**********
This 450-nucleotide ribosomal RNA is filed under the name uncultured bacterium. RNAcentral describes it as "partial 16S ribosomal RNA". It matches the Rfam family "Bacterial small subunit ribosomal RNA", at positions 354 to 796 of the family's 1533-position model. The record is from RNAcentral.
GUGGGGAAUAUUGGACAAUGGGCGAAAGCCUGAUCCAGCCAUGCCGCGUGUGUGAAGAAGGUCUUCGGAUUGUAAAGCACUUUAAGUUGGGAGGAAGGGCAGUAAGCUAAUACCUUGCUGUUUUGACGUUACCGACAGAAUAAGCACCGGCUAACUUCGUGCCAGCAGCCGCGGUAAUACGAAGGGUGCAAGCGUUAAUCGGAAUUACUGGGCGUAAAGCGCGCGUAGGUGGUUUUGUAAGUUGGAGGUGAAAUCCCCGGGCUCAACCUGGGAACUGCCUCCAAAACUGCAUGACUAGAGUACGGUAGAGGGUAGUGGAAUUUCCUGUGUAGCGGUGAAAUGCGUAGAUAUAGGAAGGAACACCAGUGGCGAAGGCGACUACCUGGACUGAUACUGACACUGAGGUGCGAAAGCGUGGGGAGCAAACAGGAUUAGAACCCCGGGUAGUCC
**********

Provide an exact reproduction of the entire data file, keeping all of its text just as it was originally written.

This 450-nucleotide ribosomal RNA is filed under the name uncultured bacterium. RNAcentral describes it as "partial 16S ribosomal RNA". It matches the Rfam family "Bacterial small subunit ribosomal RNA", at positions 354 to 796 of the family's 1533-position model. The record is from RNAcentral.
GUGGGGAAUAUUGGACAAUGGGCGAAAGCCUGAUCCAGCCAUGCCGCGUGUGUGAAGAAGGUCUUCGGAUUGUAAAGCACUUUAAGUUGGGAGGAAGGGCAGUAAGCUAAUACCUUGCUGUUUUGACGUUACCGACAGAAUAAGCACCGGCUAACUUCGUGCCAGCAGCCGCGGUAAUACGAAGGGUGCAAGCGUUAAUCGGAAUUACUGGGCGUAAAGCGCGCGUAGGUGGUUUUGUAAGUUGGAGGUGAAAUCCCCGGGCUCAACCUGGGAACUGCCUCCAAAACUGCAUGACUAGAGUACGGUAGAGGGUAGUGGAAUUUCCUGUGUAGCGGUGAAAUGCGUAGAUAUAGGAAGGAACACCAGUGGCGAAGGCGACUACCUGGACUGAUACUGACACUGAGGUGCGAAAGCGUGGGGAGCAAACAGGAUUAGAACCCCGGGUAGUCC